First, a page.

Kenya’s ethnic divisions are rooted in colonial Britain’s policy of divide and rule.

Members of the Kikuyu and the Luo, the biggest ethnic groups, worked as administrators and civil servants for the British. Today, they make up a large portion of the country’s elite: President Uhuru Kenyatta is a Kikuyu; his opponent in the presidential election, Raila Odinga, is a Luo.

In theory, Kenya’s Constitution requires the government to include employees from different ethnic backgrounds, including in the cabinet. But the rule is rarely followed.

Reaping the benefits of ethnic affiliation depends on whether your tribe is in power. Proximity can bring you business deals, jobs or school placements overseas for your children. Government employees fear being swept away under an administration from a different ethnic group, sharpening the incentive to hold on.

Politicians “hypnotize their own tribe and calculate which other ones to capture to help propel them into power,” said Ekuru Aukot, a lawyer and the president of the Thirdway Alliance, a fledgling party that aims to dismantle what he describes as “negative ethnicity.”
“When tribal affiliation is played at the political level, it gives false hope to people that they are, or will be, better off,” Mr. Aukot added, “even if the tribe itself doesn’t even benefit.”

Peter Nderu, a Kikuyu, said he planned to vote for Mr. Kenyatta in the coming election. Would he gain something from his re-election? “No,” he said, shrugging. “But he’s a good man.”

Just as Indians on the subcontinent sometimes describe fellow citizens according to caste or place of origin, many Kenyans attach casual stereotypes to those from other ethnic groups.

Depending on how you look at it, the caricature goes, the Kikuyus are either smart or wily businessmen. The Luo are considered intellectuals, but they also “like to fight,” according to Isaac Motuku, who was sitting in traffic in Nairobi. He is from the Kamba, an ethnic group, he proudly said, that is considered “hard working.”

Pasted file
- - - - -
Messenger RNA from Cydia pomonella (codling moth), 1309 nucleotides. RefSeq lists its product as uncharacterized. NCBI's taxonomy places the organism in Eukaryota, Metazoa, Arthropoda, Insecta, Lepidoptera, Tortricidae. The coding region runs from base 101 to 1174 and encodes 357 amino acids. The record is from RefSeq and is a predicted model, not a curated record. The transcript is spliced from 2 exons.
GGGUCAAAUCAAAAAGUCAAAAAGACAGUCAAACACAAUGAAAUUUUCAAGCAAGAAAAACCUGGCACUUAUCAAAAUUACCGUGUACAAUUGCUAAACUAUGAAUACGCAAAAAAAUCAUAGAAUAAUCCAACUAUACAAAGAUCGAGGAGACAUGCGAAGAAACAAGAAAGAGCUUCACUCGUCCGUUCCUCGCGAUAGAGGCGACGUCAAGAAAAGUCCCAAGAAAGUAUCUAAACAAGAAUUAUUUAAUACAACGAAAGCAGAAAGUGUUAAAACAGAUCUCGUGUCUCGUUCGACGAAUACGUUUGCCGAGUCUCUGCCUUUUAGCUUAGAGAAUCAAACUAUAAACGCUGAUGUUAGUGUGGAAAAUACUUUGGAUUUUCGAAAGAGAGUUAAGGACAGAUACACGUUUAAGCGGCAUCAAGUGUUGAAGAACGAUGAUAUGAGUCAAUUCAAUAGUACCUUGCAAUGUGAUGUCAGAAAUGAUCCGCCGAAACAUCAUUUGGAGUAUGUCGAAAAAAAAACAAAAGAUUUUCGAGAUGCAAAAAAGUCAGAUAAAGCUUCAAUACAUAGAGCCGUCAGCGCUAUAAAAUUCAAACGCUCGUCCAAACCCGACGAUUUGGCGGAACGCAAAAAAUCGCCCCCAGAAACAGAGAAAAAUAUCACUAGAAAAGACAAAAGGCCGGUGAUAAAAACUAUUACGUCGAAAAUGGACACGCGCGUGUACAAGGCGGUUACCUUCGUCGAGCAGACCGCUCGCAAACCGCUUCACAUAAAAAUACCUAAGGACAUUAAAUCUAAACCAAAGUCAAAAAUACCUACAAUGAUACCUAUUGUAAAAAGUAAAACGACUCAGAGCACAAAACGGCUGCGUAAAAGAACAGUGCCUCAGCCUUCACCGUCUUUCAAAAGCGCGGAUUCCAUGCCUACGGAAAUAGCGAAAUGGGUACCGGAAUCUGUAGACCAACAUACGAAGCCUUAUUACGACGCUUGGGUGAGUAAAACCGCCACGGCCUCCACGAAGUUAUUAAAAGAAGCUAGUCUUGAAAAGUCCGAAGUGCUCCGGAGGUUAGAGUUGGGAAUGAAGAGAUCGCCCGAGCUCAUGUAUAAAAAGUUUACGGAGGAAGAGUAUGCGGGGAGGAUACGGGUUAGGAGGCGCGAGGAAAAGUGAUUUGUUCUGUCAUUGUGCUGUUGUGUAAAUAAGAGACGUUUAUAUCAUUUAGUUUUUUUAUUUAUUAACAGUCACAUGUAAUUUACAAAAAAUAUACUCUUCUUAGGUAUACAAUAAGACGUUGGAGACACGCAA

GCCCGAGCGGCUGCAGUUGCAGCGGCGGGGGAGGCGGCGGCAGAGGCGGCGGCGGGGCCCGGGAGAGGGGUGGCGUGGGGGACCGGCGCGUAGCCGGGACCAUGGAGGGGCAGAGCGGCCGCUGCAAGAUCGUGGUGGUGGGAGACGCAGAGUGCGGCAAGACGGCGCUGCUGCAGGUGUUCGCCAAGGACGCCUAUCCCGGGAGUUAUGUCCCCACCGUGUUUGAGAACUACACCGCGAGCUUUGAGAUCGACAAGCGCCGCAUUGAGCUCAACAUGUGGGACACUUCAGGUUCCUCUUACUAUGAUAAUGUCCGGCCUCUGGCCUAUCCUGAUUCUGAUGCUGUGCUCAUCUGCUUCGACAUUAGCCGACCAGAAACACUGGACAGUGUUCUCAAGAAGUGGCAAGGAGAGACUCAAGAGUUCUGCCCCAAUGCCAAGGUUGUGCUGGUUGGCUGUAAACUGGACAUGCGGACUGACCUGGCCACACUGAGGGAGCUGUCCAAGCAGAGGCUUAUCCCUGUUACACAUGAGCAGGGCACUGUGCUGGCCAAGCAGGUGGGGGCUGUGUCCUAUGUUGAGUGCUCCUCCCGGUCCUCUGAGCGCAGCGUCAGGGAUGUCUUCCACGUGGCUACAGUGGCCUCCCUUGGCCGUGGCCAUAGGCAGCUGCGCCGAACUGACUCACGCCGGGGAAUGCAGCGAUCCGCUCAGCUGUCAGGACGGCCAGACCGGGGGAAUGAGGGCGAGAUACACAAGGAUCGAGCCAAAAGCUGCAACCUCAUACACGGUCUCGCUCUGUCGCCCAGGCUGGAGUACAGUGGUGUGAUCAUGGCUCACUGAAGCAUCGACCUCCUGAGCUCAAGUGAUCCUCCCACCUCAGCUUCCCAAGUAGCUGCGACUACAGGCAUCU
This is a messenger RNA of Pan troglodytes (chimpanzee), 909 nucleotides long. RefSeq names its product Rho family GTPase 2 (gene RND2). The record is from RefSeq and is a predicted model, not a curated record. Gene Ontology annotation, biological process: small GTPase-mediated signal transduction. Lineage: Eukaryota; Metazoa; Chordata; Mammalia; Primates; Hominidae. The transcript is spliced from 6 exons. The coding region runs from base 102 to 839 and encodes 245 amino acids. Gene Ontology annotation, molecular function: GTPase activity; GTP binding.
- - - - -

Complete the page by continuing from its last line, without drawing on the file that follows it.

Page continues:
The Luhya wear at least two hats. “We are known to be cooks and watchmen,” said Samson Ogina, a journalist, “but mostly watchmen.”
Asian Kenyans consider themselves hard-working and entrepreneurial. Some Kenyans say they are wealthy and standoffish.

Yet, despite complaining about feeling disenfranchised, Asians have quietly played their part in Kenyan politics, too.

“Asians underwrite ruling parties so much, but they’re not at the table,” Mr. Vidyarthi said. “In the end, the man holding the whip owns the bull,” he said, quoting an Indian, not Kenyan, proverb, insinuating that Indians exercised a more subtle form of influence.

Those who oppose the idea of Asian Kenyans becoming an ethnic group say they can exert influence on society without indulging in identity politics. Pressing the interests of ethnic groups, they say, hinders nation-building.

At the Diamond Plaza, a mall in Nairobi where many Asian Kenyans shop, vestiges of India’s own form of tribalism survive, as the soft-spoken Malayali from southern Kerala warily eye business-savvy Punjabis who, in turn, scrutinize their competitors from Gujarat.

Rasna Warah, an author, said being Kenyan Asian meant having three identities: born in Africa, of Indian descent and with a British colonial legacy.

“Asians shouldn’t play the same tribal game,” Ms. Warah said. “Either you are a Kenyan or you are not. Where is my homeland? This is all I’ve got.”